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BEIJING, Nov 9 (Reuters) - China’s central bank said on Friday it will keep liquidity ample under its prudent monetary policy, push ahead with interest rate reforms and encourage financial institutions to support small private firms as the world’s second-largest economy slows.
The government has in recent months taken steps to boost bank lending, cut taxes and quicken infrastructure spending to ward off a sharp slowdown in economic growth pressured by a bitter trade dispute with the United States.
"The prudent monetary policy will be kept neutral, neither too tight nor too loose," the People's Bank of China said in its third-quarter monetary policy implementation report posted on its website www.pbc.gov.cn.
The central bank said it will keep liquidity “reasonably ample” and make its policy more flexible and pre-emptive.
The People’s Bank of China (PBOC) has pumped out a net 2.3 trillion yuan ($330.68 billion) in liquidity this year by cutting banks’ reserve requirements four times, after offsetting maturing medium-term lending facility loans.
The weighted average lending rate for non-financial firms, a key indicator reflecting corporate funding costs, fell 0.03 percent point in the third quarter to 5.94 percent, the central bank said, suggesting increased liquidity injections have gained some traction in lowering borrowing costs.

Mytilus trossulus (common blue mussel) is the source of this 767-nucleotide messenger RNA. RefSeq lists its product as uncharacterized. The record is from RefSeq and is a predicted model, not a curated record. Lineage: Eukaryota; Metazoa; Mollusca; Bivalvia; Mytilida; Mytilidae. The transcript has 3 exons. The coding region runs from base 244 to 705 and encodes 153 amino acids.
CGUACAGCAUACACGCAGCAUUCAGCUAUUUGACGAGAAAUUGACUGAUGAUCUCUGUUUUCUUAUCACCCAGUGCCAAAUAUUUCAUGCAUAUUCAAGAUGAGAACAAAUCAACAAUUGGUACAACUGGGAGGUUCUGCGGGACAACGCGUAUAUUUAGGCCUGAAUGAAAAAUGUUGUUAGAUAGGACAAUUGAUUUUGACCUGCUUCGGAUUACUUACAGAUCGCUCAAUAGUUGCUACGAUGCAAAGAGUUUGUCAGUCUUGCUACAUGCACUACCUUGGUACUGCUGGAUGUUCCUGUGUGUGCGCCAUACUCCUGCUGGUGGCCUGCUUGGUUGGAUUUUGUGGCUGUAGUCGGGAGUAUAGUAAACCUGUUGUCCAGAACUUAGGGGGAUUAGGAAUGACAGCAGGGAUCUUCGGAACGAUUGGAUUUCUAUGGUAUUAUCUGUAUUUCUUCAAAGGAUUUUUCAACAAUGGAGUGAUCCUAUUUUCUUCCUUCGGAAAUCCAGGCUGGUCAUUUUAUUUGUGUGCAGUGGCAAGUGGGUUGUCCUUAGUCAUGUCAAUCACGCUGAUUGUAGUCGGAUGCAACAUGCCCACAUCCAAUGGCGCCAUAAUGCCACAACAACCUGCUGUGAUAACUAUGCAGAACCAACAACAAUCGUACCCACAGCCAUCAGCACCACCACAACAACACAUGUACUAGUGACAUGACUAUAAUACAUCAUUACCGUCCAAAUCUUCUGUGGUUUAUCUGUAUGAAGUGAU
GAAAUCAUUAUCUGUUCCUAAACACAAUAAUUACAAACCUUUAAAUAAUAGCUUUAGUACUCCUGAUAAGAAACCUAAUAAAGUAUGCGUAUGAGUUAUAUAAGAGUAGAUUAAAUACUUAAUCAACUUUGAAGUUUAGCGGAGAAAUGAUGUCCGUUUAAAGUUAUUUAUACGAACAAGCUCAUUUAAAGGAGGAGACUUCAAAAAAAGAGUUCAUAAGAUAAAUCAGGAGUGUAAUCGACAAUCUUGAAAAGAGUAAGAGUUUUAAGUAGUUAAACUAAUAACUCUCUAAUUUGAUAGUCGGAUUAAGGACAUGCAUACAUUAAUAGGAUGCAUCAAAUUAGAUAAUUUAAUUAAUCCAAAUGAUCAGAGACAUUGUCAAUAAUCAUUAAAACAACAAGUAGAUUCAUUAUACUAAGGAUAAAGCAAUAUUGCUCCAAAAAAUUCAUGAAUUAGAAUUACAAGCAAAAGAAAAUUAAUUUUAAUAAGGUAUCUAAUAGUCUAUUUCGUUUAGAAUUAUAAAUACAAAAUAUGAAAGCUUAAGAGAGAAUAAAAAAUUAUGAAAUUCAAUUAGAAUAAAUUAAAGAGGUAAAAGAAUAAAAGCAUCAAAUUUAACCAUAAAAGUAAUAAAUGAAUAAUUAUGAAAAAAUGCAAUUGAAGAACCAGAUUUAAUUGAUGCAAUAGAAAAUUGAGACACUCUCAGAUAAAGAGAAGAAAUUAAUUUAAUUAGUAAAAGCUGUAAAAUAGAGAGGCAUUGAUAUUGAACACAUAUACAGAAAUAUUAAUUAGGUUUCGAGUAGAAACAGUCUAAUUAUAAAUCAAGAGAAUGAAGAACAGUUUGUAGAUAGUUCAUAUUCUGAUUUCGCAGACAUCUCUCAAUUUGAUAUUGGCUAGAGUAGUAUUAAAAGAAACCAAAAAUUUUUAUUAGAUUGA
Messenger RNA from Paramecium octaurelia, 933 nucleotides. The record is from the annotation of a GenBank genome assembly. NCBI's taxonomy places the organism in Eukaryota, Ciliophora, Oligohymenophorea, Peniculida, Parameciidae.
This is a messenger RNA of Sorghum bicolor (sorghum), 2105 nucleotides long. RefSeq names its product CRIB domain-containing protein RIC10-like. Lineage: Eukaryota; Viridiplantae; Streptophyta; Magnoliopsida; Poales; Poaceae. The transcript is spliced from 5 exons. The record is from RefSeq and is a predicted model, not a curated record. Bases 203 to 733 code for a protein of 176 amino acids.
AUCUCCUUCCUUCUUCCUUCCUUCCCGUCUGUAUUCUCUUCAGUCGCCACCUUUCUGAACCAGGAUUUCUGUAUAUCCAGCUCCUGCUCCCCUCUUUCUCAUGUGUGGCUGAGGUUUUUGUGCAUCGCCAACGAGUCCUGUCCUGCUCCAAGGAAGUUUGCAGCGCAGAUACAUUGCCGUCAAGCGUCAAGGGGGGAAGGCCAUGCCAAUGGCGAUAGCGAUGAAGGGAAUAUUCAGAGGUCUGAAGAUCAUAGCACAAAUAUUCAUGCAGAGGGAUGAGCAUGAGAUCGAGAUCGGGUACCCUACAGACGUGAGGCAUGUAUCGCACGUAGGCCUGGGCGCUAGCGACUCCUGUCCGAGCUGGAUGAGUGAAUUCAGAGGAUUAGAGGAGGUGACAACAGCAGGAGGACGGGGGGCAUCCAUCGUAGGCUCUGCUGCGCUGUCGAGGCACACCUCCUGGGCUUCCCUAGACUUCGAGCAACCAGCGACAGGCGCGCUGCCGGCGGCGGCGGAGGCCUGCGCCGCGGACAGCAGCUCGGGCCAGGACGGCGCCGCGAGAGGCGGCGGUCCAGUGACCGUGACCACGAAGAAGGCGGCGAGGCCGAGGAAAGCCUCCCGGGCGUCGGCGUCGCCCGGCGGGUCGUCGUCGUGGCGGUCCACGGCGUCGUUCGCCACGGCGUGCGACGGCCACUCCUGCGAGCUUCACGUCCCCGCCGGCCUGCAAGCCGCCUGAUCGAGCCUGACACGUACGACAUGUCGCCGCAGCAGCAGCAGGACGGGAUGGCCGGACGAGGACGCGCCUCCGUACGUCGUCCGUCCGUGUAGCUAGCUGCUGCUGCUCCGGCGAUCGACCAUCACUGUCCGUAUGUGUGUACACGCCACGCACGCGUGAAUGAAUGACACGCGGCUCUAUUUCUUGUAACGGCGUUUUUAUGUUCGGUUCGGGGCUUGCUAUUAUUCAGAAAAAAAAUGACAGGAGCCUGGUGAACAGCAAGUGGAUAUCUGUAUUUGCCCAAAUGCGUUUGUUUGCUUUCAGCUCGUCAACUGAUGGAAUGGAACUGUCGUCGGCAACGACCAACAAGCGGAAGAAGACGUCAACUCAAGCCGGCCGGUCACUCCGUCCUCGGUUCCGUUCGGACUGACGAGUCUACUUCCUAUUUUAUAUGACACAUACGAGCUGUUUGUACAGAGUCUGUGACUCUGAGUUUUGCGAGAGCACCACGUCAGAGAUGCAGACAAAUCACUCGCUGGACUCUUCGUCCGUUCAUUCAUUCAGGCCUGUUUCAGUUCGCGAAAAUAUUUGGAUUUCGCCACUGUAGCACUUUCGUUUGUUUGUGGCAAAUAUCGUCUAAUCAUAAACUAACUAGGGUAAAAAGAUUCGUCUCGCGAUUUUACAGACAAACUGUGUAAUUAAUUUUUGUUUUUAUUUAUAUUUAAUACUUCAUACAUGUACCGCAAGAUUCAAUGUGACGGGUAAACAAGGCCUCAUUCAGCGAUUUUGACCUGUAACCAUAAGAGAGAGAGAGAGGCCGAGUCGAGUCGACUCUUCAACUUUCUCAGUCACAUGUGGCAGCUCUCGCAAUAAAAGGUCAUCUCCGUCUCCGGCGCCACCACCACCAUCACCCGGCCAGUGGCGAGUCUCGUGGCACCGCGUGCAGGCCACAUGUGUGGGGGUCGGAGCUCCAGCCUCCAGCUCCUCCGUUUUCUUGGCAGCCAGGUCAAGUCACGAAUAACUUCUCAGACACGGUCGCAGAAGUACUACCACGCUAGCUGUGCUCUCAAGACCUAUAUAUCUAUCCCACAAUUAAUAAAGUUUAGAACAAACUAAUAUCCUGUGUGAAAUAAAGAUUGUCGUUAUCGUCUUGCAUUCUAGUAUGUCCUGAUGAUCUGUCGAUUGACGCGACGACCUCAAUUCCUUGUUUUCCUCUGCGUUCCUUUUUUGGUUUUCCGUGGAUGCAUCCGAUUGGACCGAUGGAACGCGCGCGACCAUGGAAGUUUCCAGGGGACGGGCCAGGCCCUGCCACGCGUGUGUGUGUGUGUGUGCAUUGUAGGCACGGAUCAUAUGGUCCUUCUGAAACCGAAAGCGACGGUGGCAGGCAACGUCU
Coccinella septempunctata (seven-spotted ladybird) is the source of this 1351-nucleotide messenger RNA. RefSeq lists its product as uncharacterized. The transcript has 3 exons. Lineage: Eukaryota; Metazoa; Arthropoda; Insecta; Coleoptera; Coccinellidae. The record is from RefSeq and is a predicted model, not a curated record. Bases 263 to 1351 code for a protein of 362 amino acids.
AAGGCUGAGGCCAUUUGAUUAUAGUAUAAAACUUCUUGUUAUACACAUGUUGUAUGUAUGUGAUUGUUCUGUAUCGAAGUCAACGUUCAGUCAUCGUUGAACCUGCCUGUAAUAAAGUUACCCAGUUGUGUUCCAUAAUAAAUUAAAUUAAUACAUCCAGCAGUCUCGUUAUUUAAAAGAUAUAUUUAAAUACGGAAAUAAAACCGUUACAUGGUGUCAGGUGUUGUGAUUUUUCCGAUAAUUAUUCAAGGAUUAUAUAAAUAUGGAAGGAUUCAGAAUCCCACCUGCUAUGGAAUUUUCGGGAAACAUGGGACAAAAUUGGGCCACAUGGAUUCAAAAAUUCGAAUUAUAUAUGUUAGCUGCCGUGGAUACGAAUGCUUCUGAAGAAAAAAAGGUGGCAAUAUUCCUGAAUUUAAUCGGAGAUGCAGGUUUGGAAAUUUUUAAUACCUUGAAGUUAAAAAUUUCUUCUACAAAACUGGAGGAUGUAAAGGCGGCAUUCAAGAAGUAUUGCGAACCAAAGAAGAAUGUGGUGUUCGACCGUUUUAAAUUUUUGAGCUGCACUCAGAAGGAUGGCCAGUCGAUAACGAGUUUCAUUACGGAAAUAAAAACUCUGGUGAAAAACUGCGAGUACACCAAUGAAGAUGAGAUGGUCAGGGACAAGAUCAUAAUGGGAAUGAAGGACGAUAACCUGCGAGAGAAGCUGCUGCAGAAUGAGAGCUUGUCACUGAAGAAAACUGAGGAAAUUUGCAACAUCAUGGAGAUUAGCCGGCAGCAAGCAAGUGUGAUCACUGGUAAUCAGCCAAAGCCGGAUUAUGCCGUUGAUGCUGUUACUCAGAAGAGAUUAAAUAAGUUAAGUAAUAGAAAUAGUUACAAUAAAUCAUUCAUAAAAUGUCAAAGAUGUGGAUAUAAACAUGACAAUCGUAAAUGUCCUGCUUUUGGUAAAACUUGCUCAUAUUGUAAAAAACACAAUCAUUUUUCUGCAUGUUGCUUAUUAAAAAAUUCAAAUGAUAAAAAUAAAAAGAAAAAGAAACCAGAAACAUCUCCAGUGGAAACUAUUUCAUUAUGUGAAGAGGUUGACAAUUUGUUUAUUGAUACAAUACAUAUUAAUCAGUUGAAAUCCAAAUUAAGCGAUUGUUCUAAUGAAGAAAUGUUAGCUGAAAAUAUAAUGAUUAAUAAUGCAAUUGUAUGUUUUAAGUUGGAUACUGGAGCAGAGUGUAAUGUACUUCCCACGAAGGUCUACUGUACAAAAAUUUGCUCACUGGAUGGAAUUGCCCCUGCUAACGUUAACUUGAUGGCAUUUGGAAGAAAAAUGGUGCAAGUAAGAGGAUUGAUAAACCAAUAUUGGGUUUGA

The lending rate rose one basis point in the second quarter, following a rise of 22 basis points in the first quarter and a rise of 47 basis points in 2017.
The central bank said it would encourage banks to lend more to private firms, which account for 60 percent of China’s gross domestic product and 80 percent of urban jobs.
China’s cabinet has unveiled more financial support for private and small firms, which are vital for creating jobs, state radio said on Friday.
Of 29 companies defaulted on debt in the first nine months of 2018, 24 were private firms, involving 67.4 billion yuan, the central bank said.
The PBOC iterated that it will keep the yuan exchange rate basically stable at a reasonable and balanced level.
The yuan has lost just over six percent against the dollar so far this year. ($1 = 6.9553 Chinese yuan renminbi) (Reporting by Min Zhang, Kevin Yao in Beijing and Lee Chyen Yee in Singapore; Editing by Hugh Lawson, William Maclean)